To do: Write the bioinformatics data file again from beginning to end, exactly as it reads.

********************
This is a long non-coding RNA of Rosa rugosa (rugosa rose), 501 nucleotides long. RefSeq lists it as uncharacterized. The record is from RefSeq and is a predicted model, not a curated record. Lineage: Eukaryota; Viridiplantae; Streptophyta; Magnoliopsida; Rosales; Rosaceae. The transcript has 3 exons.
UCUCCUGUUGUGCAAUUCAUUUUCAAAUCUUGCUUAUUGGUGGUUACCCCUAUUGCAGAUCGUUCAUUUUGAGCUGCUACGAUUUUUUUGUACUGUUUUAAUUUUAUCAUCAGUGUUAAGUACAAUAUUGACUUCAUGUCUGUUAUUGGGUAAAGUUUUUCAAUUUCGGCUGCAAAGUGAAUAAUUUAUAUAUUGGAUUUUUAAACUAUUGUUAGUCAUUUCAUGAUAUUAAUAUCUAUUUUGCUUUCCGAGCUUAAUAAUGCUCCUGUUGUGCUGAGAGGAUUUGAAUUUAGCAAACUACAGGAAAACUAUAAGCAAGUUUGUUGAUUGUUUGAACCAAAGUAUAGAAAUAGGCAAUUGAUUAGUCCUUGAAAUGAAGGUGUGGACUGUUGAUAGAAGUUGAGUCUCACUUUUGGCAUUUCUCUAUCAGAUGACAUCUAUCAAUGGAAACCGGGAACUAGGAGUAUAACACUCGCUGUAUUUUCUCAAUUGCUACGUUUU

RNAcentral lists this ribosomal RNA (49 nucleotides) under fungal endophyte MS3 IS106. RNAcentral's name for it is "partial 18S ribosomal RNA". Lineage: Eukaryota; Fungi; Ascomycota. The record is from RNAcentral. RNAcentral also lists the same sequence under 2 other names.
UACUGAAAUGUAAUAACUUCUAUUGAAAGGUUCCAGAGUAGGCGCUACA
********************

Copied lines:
This is a long non-coding RNA of Rosa rugosa (rugosa rose), 501 nucleotides long. RefSeq lists it as uncharacterized. The record is from RefSeq and is a predicted model, not a curated record. Lineage: Eukaryota; Viridiplantae; Streptophyta; Magnoliopsida; Rosales; Rosaceae. The transcript has 3 exons.
UCUCCUGUUGUGCAAUUCAUUUUCAAAUCUUGCUUAUUGGUGGUUACCCCUAUUGCAGAUCGUUCAUUUUGAGCUGCUACGAUUUUUUUGUACUGUUUUAAUUUUAUCAUCAGUGUUAAGUACAAUAUUGACUUCAUGUCUGUUAUUGGGUAAAGUUUUUCAAUUUCGGCUGCAAAGUGAAUAAUUUAUAUAUUGGAUUUUUAAACUAUUGUUAGUCAUUUCAUGAUAUUAAUAUCUAUUUUGCUUUCCGAGCUUAAUAAUGCUCCUGUUGUGCUGAGAGGAUUUGAAUUUAGCAAACUACAGGAAAACUAUAAGCAAGUUUGUUGAUUGUUUGAACCAAAGUAUAGAAAUAGGCAAUUGAUUAGUCCUUGAAAUGAAGGUGUGGACUGUUGAUAGAAGUUGAGUCUCACUUUUGGCAUUUCUCUAUCAGAUGACAUCUAUCAAUGGAAACCGGGAACUAGGAGUAUAACACUCGCUGUAUUUUCUCAAUUGCUACGUUUU

RNAcentral lists this ribosomal RNA (49 nucleotides) under fungal endophyte MS3 IS106. RNAcentral's name for it is "partial 18S ribosomal RNA". Lineage: Eukaryota; Fungi; Ascomycota. The record is from RNAcentral. RNAcentral also lists the same sequence under 2 other names.
UACUGAAAUGUAAUAACUUCUAUUGAAAGGUUCCAGAGUAGGCGCUACA